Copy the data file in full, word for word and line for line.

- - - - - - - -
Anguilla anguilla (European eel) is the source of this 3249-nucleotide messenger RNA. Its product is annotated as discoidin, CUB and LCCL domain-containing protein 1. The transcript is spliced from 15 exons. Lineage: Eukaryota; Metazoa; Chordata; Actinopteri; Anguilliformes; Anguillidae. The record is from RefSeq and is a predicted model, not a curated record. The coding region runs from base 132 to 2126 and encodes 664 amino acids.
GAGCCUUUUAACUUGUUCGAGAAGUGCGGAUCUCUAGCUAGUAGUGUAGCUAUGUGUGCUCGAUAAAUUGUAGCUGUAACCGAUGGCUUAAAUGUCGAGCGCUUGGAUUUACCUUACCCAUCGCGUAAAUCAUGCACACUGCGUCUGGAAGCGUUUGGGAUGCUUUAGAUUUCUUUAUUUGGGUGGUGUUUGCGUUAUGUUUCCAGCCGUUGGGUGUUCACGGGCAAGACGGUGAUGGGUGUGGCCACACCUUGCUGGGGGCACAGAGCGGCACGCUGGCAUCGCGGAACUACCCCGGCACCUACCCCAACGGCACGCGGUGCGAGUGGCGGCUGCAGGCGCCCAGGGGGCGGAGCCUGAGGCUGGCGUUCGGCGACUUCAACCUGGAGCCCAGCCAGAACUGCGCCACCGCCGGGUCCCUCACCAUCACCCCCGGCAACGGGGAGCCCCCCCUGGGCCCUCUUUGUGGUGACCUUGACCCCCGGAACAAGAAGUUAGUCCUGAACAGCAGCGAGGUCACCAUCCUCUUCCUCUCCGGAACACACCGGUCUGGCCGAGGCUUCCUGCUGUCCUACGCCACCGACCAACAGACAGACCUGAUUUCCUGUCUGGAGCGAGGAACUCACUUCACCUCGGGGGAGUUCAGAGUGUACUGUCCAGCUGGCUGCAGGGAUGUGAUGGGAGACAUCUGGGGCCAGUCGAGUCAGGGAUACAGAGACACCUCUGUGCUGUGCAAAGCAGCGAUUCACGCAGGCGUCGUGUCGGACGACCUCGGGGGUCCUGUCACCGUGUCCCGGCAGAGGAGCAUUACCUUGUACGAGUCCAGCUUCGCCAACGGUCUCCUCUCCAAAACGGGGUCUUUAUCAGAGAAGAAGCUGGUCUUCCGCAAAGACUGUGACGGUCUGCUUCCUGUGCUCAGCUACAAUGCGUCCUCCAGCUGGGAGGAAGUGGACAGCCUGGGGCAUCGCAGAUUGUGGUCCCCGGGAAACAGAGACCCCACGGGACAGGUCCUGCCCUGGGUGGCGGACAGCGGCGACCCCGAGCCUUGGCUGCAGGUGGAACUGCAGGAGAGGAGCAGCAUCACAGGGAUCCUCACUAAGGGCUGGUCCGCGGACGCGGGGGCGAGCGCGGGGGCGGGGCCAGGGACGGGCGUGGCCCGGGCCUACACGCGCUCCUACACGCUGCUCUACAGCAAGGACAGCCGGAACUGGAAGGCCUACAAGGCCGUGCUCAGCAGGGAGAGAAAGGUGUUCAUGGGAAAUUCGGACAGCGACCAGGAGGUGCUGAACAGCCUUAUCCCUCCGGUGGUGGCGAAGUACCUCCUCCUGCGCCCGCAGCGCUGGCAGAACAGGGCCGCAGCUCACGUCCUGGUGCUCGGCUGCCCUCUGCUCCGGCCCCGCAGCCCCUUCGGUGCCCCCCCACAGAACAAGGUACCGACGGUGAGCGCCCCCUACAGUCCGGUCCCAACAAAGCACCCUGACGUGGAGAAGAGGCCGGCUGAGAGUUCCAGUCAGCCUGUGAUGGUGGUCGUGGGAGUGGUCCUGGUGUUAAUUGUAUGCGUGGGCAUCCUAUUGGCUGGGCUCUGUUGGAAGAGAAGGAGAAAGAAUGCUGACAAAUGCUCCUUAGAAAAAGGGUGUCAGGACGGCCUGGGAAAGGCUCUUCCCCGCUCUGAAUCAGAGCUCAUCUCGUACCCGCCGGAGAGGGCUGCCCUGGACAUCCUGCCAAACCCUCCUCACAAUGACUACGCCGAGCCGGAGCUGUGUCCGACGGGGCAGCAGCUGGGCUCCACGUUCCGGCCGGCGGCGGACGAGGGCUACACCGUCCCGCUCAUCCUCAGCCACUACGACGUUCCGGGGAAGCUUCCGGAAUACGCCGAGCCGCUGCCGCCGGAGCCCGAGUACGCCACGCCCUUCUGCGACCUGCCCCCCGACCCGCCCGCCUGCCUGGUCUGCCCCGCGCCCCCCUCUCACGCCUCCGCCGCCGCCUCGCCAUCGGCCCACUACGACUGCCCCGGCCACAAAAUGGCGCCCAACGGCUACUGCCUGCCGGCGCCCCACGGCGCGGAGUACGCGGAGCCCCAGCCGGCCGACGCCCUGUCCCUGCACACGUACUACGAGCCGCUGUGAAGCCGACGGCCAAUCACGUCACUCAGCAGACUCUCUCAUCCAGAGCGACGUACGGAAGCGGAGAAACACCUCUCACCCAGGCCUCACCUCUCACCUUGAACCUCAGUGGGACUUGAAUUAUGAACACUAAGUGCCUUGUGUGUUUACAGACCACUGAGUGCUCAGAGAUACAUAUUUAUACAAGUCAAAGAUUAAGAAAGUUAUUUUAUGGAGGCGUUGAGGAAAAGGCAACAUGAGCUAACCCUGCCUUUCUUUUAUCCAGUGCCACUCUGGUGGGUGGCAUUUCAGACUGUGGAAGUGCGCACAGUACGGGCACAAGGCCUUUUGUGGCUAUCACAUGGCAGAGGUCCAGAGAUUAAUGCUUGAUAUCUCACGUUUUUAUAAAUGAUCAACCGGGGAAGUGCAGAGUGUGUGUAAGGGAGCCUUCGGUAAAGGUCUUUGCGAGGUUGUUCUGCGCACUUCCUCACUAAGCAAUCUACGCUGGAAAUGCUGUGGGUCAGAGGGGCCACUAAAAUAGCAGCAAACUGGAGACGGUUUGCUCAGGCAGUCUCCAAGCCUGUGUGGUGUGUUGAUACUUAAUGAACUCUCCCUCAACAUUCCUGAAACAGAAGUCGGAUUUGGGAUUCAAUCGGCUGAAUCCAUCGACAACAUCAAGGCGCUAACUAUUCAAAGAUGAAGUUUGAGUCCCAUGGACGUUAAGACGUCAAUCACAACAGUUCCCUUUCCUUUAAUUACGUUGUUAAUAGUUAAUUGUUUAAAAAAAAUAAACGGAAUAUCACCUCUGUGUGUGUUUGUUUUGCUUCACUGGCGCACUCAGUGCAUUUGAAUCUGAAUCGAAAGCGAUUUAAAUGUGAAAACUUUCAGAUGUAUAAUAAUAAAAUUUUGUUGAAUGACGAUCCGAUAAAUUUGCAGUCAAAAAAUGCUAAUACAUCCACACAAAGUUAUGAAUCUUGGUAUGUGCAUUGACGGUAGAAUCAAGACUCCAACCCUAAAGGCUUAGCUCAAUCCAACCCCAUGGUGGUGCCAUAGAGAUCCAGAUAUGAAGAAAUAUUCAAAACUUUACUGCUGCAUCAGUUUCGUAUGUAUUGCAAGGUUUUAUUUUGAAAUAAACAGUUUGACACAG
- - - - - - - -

Anguilla anguilla (European eel) is the source of this 3249-nucleotide messenger RNA. Its product is annotated as discoidin, CUB and LCCL domain-containing protein 1. The transcript is spliced from 15 exons. Lineage: Eukaryota; Metazoa; Chordata; Actinopteri; Anguilliformes; Anguillidae. The record is from RefSeq and is a predicted model, not a curated record. The coding region runs from base 132 to 2126 and encodes 664 amino acids.
GAGCCUUUUAACUUGUUCGAGAAGUGCGGAUCUCUAGCUAGUAGUGUAGCUAUGUGUGCUCGAUAAAUUGUAGCUGUAACCGAUGGCUUAAAUGUCGAGCGCUUGGAUUUACCUUACCCAUCGCGUAAAUCAUGCACACUGCGUCUGGAAGCGUUUGGGAUGCUUUAGAUUUCUUUAUUUGGGUGGUGUUUGCGUUAUGUUUCCAGCCGUUGGGUGUUCACGGGCAAGACGGUGAUGGGUGUGGCCACACCUUGCUGGGGGCACAGAGCGGCACGCUGGCAUCGCGGAACUACCCCGGCACCUACCCCAACGGCACGCGGUGCGAGUGGCGGCUGCAGGCGCCCAGGGGGCGGAGCCUGAGGCUGGCGUUCGGCGACUUCAACCUGGAGCCCAGCCAGAACUGCGCCACCGCCGGGUCCCUCACCAUCACCCCCGGCAACGGGGAGCCCCCCCUGGGCCCUCUUUGUGGUGACCUUGACCCCCGGAACAAGAAGUUAGUCCUGAACAGCAGCGAGGUCACCAUCCUCUUCCUCUCCGGAACACACCGGUCUGGCCGAGGCUUCCUGCUGUCCUACGCCACCGACCAACAGACAGACCUGAUUUCCUGUCUGGAGCGAGGAACUCACUUCACCUCGGGGGAGUUCAGAGUGUACUGUCCAGCUGGCUGCAGGGAUGUGAUGGGAGACAUCUGGGGCCAGUCGAGUCAGGGAUACAGAGACACCUCUGUGCUGUGCAAAGCAGCGAUUCACGCAGGCGUCGUGUCGGACGACCUCGGGGGUCCUGUCACCGUGUCCCGGCAGAGGAGCAUUACCUUGUACGAGUCCAGCUUCGCCAACGGUCUCCUCUCCAAAACGGGGUCUUUAUCAGAGAAGAAGCUGGUCUUCCGCAAAGACUGUGACGGUCUGCUUCCUGUGCUCAGCUACAAUGCGUCCUCCAGCUGGGAGGAAGUGGACAGCCUGGGGCAUCGCAGAUUGUGGUCCCCGGGAAACAGAGACCCCACGGGACAGGUCCUGCCCUGGGUGGCGGACAGCGGCGACCCCGAGCCUUGGCUGCAGGUGGAACUGCAGGAGAGGAGCAGCAUCACAGGGAUCCUCACUAAGGGCUGGUCCGCGGACGCGGGGGCGAGCGCGGGGGCGGGGCCAGGGACGGGCGUGGCCCGGGCCUACACGCGCUCCUACACGCUGCUCUACAGCAAGGACAGCCGGAACUGGAAGGCCUACAAGGCCGUGCUCAGCAGGGAGAGAAAGGUGUUCAUGGGAAAUUCGGACAGCGACCAGGAGGUGCUGAACAGCCUUAUCCCUCCGGUGGUGGCGAAGUACCUCCUCCUGCGCCCGCAGCGCUGGCAGAACAGGGCCGCAGCUCACGUCCUGGUGCUCGGCUGCCCUCUGCUCCGGCCCCGCAGCCCCUUCGGUGCCCCCCCACAGAACAAGGUACCGACGGUGAGCGCCCCCUACAGUCCGGUCCCAACAAAGCACCCUGACGUGGAGAAGAGGCCGGCUGAGAGUUCCAGUCAGCCUGUGAUGGUGGUCGUGGGAGUGGUCCUGGUGUUAAUUGUAUGCGUGGGCAUCCUAUUGGCUGGGCUCUGUUGGAAGAGAAGGAGAAAGAAUGCUGACAAAUGCUCCUUAGAAAAAGGGUGUCAGGACGGCCUGGGAAAGGCUCUUCCCCGCUCUGAAUCAGAGCUCAUCUCGUACCCGCCGGAGAGGGCUGCCCUGGACAUCCUGCCAAACCCUCCUCACAAUGACUACGCCGAGCCGGAGCUGUGUCCGACGGGGCAGCAGCUGGGCUCCACGUUCCGGCCGGCGGCGGACGAGGGCUACACCGUCCCGCUCAUCCUCAGCCACUACGACGUUCCGGGGAAGCUUCCGGAAUACGCCGAGCCGCUGCCGCCGGAGCCCGAGUACGCCACGCCCUUCUGCGACCUGCCCCCCGACCCGCCCGCCUGCCUGGUCUGCCCCGCGCCCCCCUCUCACGCCUCCGCCGCCGCCUCGCCAUCGGCCCACUACGACUGCCCCGGCCACAAAAUGGCGCCCAACGGCUACUGCCUGCCGGCGCCCCACGGCGCGGAGUACGCGGAGCCCCAGCCGGCCGACGCCCUGUCCCUGCACACGUACUACGAGCCGCUGUGAAGCCGACGGCCAAUCACGUCACUCAGCAGACUCUCUCAUCCAGAGCGACGUACGGAAGCGGAGAAACACCUCUCACCCAGGCCUCACCUCUCACCUUGAACCUCAGUGGGACUUGAAUUAUGAACACUAAGUGCCUUGUGUGUUUACAGACCACUGAGUGCUCAGAGAUACAUAUUUAUACAAGUCAAAGAUUAAGAAAGUUAUUUUAUGGAGGCGUUGAGGAAAAGGCAACAUGAGCUAACCCUGCCUUUCUUUUAUCCAGUGCCACUCUGGUGGGUGGCAUUUCAGACUGUGGAAGUGCGCACAGUACGGGCACAAGGCCUUUUGUGGCUAUCACAUGGCAGAGGUCCAGAGAUUAAUGCUUGAUAUCUCACGUUUUUAUAAAUGAUCAACCGGGGAAGUGCAGAGUGUGUGUAAGGGAGCCUUCGGUAAAGGUCUUUGCGAGGUUGUUCUGCGCACUUCCUCACUAAGCAAUCUACGCUGGAAAUGCUGUGGGUCAGAGGGGCCACUAAAAUAGCAGCAAACUGGAGACGGUUUGCUCAGGCAGUCUCCAAGCCUGUGUGGUGUGUUGAUACUUAAUGAACUCUCCCUCAACAUUCCUGAAACAGAAGUCGGAUUUGGGAUUCAAUCGGCUGAAUCCAUCGACAACAUCAAGGCGCUAACUAUUCAAAGAUGAAGUUUGAGUCCCAUGGACGUUAAGACGUCAAUCACAACAGUUCCCUUUCCUUUAAUUACGUUGUUAAUAGUUAAUUGUUUAAAAAAAAUAAACGGAAUAUCACCUCUGUGUGUGUUUGUUUUGCUUCACUGGCGCACUCAGUGCAUUUGAAUCUGAAUCGAAAGCGAUUUAAAUGUGAAAACUUUCAGAUGUAUAAUAAUAAAAUUUUGUUGAAUGACGAUCCGAUAAAUUUGCAGUCAAAAAAUGCUAAUACAUCCACACAAAGUUAUGAAUCUUGGUAUGUGCAUUGACGGUAGAAUCAAGACUCCAACCCUAAAGGCUUAGCUCAAUCCAACCCCAUGGUGGUGCCAUAGAGAUCCAGAUAUGAAGAAAUAUUCAAAACUUUACUGCUGCAUCAGUUUCGUAUGUAUUGCAAGGUUUUAUUUUGAAAUAAACAGUUUGACACAG